Ask Your Preacher
I have done something in my past that I truly regret… something I can’t seem to get off my mind. I pray every day to be forgiven of my sin; it’s torn me continuously apart. I know it was wrong, and it hasn't happened again. And it won’t ever happen again. Even though God has forgiven me of my sin and I know it was wrong, how can I forgive myself?
The problem isn’t with whether or not you can be forgiven – the problem is that you don’t feel forgiven. The two issues are very different. There are times when our head and our heart aren’t on the same page. Guilt can drive someone crazy if they don’t learn to keep things in proper perspective. God says that your heart can be wrong. You feel that you can’t be forgiven, but the Bible says you can. It is very similar to the problem that the apostle Paul faced. Paul had murdered christians and felt that he was the worst of the worst, but he learned that Jesus would forgive him (1 Tim 1:15-16).
The apostle John said it best, “By this we shall know that we are of the truth and reassure our heart before Him; for whenever our heart condemns us, God is greater than our heart, and He knows everything.” (1 Jhn 3:19-20). Your act of faith is going to be letting go of your fears and trusting that living by God’s Word is what matters (Rom 10:17). Sometimes, our feelings can be fickle and wrong, and we’ve got to ignore them until time and life change them.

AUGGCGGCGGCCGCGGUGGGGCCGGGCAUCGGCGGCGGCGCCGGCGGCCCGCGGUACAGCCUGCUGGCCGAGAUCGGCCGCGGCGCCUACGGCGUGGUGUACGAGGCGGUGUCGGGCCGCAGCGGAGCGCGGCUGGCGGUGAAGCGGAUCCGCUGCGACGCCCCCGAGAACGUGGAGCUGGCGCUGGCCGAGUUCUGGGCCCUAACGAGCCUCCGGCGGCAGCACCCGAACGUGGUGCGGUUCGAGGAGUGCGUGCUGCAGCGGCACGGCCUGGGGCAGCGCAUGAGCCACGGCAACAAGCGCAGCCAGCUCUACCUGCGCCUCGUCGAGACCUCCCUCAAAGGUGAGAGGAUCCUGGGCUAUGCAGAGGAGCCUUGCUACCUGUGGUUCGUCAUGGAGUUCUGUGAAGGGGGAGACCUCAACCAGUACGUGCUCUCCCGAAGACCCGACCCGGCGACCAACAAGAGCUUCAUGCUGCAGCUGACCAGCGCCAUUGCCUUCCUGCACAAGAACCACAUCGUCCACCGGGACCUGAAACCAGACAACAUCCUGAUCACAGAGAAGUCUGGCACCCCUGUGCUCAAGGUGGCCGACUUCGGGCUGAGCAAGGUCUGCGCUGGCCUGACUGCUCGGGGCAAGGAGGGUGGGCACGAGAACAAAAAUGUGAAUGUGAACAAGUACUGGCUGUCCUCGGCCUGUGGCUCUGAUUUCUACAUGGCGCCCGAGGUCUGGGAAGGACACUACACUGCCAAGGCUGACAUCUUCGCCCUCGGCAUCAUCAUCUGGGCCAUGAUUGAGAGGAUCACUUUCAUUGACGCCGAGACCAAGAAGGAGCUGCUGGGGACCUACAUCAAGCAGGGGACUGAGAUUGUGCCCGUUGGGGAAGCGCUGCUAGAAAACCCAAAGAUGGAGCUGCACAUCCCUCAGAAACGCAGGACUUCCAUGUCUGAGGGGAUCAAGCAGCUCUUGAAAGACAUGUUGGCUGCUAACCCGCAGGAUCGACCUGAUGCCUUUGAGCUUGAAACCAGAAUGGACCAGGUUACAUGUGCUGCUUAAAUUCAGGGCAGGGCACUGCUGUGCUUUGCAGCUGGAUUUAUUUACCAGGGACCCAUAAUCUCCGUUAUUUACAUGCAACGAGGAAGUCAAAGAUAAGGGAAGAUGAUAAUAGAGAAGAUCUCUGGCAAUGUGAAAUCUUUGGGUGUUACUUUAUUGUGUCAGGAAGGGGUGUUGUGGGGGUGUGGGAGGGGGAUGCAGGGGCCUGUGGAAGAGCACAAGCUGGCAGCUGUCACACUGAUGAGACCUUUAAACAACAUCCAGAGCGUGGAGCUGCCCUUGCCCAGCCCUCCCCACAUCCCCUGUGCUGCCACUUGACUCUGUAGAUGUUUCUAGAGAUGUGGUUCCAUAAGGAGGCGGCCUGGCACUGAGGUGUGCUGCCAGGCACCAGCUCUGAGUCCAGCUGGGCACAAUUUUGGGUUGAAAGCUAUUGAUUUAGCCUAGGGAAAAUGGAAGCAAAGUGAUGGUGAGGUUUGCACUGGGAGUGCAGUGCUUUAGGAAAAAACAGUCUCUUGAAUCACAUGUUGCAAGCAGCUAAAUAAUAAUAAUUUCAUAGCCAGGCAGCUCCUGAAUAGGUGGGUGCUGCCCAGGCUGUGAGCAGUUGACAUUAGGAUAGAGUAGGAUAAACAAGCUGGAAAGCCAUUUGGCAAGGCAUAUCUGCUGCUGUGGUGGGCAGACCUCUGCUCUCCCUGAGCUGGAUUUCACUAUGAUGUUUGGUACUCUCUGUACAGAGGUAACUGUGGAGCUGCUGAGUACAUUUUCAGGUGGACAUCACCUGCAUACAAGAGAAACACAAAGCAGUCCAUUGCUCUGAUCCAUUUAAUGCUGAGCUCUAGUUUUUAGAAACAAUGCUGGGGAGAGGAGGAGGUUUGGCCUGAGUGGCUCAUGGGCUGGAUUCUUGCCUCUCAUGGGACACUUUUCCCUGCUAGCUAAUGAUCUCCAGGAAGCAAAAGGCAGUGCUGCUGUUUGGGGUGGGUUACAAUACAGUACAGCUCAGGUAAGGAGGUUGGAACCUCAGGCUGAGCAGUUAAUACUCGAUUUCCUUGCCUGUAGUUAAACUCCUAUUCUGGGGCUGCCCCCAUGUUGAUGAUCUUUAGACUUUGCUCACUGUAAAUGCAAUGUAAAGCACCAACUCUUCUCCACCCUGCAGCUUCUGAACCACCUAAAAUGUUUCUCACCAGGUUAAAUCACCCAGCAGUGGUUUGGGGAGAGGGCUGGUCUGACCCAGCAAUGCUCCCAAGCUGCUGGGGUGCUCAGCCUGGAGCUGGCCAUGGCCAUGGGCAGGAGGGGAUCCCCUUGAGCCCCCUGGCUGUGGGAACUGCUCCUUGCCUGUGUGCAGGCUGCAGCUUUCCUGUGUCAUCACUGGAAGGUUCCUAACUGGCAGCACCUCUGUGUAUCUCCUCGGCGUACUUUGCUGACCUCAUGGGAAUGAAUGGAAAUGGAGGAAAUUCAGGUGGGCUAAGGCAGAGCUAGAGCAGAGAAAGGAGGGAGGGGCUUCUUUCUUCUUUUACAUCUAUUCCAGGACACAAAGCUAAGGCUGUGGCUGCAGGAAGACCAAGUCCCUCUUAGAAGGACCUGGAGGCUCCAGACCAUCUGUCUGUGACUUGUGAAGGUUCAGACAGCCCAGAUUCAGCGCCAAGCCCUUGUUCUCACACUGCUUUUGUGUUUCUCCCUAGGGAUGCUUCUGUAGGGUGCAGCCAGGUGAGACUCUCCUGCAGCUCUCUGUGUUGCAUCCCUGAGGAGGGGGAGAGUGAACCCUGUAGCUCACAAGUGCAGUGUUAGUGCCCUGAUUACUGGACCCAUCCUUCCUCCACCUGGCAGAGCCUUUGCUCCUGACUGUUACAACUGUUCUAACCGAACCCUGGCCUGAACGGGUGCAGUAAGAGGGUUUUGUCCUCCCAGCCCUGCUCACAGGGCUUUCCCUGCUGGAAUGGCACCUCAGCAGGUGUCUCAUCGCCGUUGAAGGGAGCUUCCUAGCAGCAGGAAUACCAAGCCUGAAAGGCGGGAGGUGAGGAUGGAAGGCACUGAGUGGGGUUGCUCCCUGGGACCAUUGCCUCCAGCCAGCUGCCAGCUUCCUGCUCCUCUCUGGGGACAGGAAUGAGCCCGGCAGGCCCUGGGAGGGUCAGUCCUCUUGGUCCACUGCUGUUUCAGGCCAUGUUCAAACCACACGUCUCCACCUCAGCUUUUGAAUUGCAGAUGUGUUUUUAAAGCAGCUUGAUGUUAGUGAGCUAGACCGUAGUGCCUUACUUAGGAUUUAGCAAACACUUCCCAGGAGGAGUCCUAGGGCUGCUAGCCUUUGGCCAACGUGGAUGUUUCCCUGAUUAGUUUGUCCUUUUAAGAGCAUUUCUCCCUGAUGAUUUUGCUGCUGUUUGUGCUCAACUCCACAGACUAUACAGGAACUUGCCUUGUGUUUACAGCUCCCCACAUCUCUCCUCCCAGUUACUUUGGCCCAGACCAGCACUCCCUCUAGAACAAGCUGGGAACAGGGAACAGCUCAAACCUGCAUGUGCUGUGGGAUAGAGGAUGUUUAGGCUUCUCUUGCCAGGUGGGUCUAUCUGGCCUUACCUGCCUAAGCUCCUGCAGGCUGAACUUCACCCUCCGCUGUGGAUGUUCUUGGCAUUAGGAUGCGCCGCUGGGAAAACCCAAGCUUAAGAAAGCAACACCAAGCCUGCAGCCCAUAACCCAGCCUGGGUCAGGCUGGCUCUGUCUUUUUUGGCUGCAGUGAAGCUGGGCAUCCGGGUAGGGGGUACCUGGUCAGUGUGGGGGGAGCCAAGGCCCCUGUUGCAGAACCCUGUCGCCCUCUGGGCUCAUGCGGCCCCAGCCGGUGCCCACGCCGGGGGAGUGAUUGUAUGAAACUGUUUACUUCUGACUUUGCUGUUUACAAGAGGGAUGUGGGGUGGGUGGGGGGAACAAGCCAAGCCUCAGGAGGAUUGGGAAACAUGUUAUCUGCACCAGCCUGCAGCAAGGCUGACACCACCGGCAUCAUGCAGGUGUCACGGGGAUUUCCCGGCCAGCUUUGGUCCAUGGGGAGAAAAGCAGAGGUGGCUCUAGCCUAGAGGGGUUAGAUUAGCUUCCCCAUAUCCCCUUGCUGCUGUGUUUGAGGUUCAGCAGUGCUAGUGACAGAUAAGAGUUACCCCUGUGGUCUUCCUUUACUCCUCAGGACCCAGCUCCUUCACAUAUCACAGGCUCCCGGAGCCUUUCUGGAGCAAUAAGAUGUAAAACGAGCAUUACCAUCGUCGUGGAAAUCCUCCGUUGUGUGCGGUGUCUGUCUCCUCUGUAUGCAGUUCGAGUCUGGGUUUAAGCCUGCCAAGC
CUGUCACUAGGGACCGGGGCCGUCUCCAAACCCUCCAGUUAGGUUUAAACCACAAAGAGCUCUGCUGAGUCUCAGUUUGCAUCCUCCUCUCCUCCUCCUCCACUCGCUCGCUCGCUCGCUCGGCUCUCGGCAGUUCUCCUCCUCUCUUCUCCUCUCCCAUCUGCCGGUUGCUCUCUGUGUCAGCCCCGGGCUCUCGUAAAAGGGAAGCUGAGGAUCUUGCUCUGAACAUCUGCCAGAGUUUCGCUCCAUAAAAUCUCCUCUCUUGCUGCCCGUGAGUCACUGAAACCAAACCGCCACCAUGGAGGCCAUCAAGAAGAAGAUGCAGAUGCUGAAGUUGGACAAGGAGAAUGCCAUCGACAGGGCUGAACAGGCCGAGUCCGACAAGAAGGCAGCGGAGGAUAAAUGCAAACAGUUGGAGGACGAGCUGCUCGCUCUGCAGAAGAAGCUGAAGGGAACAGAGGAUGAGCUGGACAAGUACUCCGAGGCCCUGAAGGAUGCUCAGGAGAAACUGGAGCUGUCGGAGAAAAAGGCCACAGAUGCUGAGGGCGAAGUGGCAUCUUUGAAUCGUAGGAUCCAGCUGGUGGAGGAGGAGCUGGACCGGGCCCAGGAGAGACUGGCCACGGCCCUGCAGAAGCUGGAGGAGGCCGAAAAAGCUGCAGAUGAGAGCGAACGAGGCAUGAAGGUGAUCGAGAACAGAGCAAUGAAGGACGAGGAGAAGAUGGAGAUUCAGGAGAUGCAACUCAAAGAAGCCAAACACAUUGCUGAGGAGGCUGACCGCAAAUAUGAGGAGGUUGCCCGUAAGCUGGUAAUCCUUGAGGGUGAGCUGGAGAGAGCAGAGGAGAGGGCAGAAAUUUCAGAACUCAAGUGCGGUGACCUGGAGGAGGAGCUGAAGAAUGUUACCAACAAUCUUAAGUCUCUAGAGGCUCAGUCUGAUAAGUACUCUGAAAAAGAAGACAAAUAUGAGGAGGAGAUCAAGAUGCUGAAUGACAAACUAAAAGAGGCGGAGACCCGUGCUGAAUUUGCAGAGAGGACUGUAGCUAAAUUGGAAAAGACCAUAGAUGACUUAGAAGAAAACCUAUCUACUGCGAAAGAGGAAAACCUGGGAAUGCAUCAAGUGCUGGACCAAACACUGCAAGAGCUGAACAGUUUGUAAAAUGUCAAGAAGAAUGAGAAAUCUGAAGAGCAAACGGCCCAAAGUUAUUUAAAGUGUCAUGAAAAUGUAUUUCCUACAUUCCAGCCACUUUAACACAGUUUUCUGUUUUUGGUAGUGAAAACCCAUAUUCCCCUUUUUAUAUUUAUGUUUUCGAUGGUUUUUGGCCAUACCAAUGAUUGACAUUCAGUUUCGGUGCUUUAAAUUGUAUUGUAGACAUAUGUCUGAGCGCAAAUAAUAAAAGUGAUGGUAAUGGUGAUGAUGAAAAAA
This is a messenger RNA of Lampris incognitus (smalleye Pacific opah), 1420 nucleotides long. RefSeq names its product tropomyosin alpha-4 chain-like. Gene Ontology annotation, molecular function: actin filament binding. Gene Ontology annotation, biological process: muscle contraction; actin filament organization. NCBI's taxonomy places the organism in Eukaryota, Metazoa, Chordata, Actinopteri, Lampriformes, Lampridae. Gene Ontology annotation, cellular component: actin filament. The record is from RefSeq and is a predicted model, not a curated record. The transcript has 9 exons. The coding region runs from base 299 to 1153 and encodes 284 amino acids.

I am currently a Deist, not tying myself to any one religion or belief; however, I do believe that there is a Supreme Being, One who orchestrated the birth of the universe. However, I also believe in the findings of our scientists, such as the Big Bang theory and the scientific theory of evolution. Because I believe in a god, but not a Christian god, where does that leave me on that Great Day (according to Christianity)? I just figure that if Christianity WAS the correct path after all, would that "kind and just" God send me to an eternity of damnation, or would He understand my doubts because He created me in His own image?